Power Pel­lets

John Milewski stud­ies the cal­i­bre con­tro­versy from a vin­tage per­spec­tive

Airgun World - - Contents -

John Milewski in­ves­ti­gates the ‘power myth’ of the .25 BSA Im­proved Model D

The BSA Im­proved Model D in No 3 bore or .25 cal­i­bre has al­most a myth­i­cal sta­tus among col­lec­tors. Very few come to the mar­ket and th­ese big bores can be dif­fi­cult to source, ir­re­spec­tive of how much you are will­ing to spend on ac­quir­ing one. Sto­ries abound of the power th­ese BSAs are ca­pa­ble of achiev­ing, so over the next two is­sues, we are go­ing firstly to test a .25 and then com­pare our re­sults with a con­tem­po­rary .22 BSA. We will see how the big bore per­forms on the range and de­ter­mine what caused its un­timely demise after just a year of pro­duc­tion.

When the BSA un­der­lever was in­tro­duced in 1905, it was not un­til 1908 that a cal­i­bre other than .177 was of­fered, when the .25 came on to the mar­ket. Ini­tially of­fered in an over­all length of 43¾ inches, the stan­dard length cylin­der was not quite pow­er­ful enough to of­fer much other than a pro­nounced tra­jec­tory and power around 6 ft.lbs. This was soon reme­died when a longer cylin­der was fit­ted, which re­sulted in an in­creased over­all length of 45¾ inches. This longer cylin­der re­sulted in muz­zle en­ergy in­creas­ing to nearer 12 ft.lbs., al­though with no power limit in place un­til 1968, BSA ad­verts tended to make more of pen­e­tra­tion than muz­zle en­ergy or ve­loc­ity.


The .25 long cylin­dered BSA on test ini­tially pro­duced 7 ft.lbs. muz­zle en­ergy and a longer spring in­creased this to an en­ergy level too near the le­gal limit of 12 ft.lbs. A slightly shorter spring, with very lit­tle pre-load re­duced the en­ergy to 10.8 ft.lbs. and re­sulted in less diesel­ing too. This demon­strates the im­por­tance of know­ing your ri­fle’s muz­zle en­ergy, par­tic­u­larly when chang­ing springs, in or­der to stay on the right side of the law. A lighter gauge spring also re­sults in a smoother fir­ing cy­cle and less re­coil. Pel­let choice is cru­cial with the .25 BSA be­cause not all brands are suit­able. Many mod­ern .25 brands weigh in ex­cess of 20 grains and are in­tended for FAC-rated air ri­fles, so they are too heavy for sub-12 ft.lbs. ri­fles and not the best per­form­ers. I used older Mil­bro Rhino, BSA Py­larm and Marks­man pel­lets, all of which weigh in the re­gion of 18-20 grains, and whilst all grouped to­gether, ev­ery one of th­ese brands pro­duced oc­ca­sional fly­ers, even at 6 yards. Marks­man pel­lets are made on pre-war ma­chin­ery by de­scen­dants of Ge­orge Lin­coln Jef­fries, the orig­i­nal in­ven­tor of the BSA un­der­lever, so I was will­ing this brand to shoot well sub­con­sciously, which was per­haps a lit­tle un­fair on the other brands. The Marks­man pel­lets are cer­tainly good enough for in­for­mal prac­tice, but the odd pel­let does fly off at a tan­gent, thereby ex­pand­ing group size.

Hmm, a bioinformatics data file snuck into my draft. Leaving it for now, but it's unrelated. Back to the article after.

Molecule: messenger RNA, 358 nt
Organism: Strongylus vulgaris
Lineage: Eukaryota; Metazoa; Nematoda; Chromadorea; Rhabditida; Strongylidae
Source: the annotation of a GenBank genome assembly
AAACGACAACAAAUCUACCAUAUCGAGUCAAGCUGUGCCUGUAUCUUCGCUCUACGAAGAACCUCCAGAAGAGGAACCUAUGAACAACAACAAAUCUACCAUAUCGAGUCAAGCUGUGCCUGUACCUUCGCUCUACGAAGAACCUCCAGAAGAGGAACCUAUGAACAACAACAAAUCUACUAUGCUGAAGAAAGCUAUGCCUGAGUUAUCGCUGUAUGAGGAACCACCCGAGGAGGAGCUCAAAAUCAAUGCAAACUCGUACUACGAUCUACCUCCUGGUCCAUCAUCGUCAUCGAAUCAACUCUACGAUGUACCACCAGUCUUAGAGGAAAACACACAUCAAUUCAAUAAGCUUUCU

I wanted to ob­tain con­sis­tently ac­cu­rate groups be­fore ad­just­ing the sights and there was one more brand left to try. I had less than a tin of .25 H&N Field Tar­get Tro­phy pel­lets left over from a pre­vi­ous test, and was as­tounded at the im­prove­ment in ac­cu­racy when th­ese 20-grain pel­lets were tested from the stand­ing po­si­tion. All four of my five-shot strings landed within an inch at 6

“the .25 comes into its own, be­cause the heavy pel­let hits its tar­get with far more clout”

yards and the pel­lets seemed to re­coil less than the other brands, too.

After ad­just­ing the ri­fle’s sights, I found my groups were form­ing around ¾” above my point of aim at 6 yards, when the sights were set as low as they would go. This in­creased to an inch at 10 yards and dropped to point of aim at around 20 yards. From this, we can see the .25 has a tra­jec­tory, which is a lot more pro­nounced than the .22 BSA from the same era. The .22 pel­lets are lighter at around 14-15 grains and a ri­fle pro­duc­ing around 11 ft.lbs. will zero down to point of aim at 6 yards.


So much for ac­cu­racy. Now let’s look at what hap­pens when a tar­get is hit with the 20 grain .25 pel­let. I placed tins filled with wa­ter at a dis­tance of 15 yards and the .25 launched a tin into the air along with the wa­ter with a re­sound­ing wal­lop. This is where the .25 comes into its own be­cause the heavy pel­let hits its tar­get with far more clout than a lighter .22. The No 2 bore also launched a tin into the air, but it was clear to see the .22 H&N FTT pel­lets were go­ing straight through the wa­ter-filled tin with plenty of en­ergy to spare.

I found the .25 an ac­cu­rate ri­fle, which will group well, but the tra­jec­tory is no­tice­ably pro­nounced, so it is vi­tal to know the dis­tance to your tar­get and know where to aim. Nei­ther is im­pos­si­ble and in ac­tu­al­ity, a lot of fun to set up be­cause it gives you an ex­cuse to shoot the .25! Next month, we’ll com­pare the per­for­mance of a near iden­ti­cal BSA, but in .22 cal­i­bre. I

There are far fewer .25 pel­let op­tions that .177 or .22, but one of th­ese should fit the bill.

Pre-WW1 BSA Ad­der pel­lets in .177, .22 and .25. The .25 is be­lieved to be an Ad­der pel­let and was kindly given to the au­thor by John Atkins.

Lin­coln Jef­fries of­fered ri­fles in .25, too, as this page from a C.1908 cat­a­logue at­tests. This wa­ter-filled tin was launched into the air by the force of the .25 pel­let’s im­pact.

This is what all BSA col­lec­tors look for – a prom­i­nent 3, des­ig­nat­ing the big bore! The shot­gun-style, straight-hand stock on the .25 re­sulted in a fast tar­get ac­qui­si­tion.

‘Bessie’ might not be in the best con­di­tion, but she is a real rar­ity.

The .25 cal­i­bre BSAs can mostly be found with se­rial num­bers in the 19000 to 23000 range, but oth­ers do ex­ist. Note the numeral 3 sig­ni­fy­ing the cal­i­bre.

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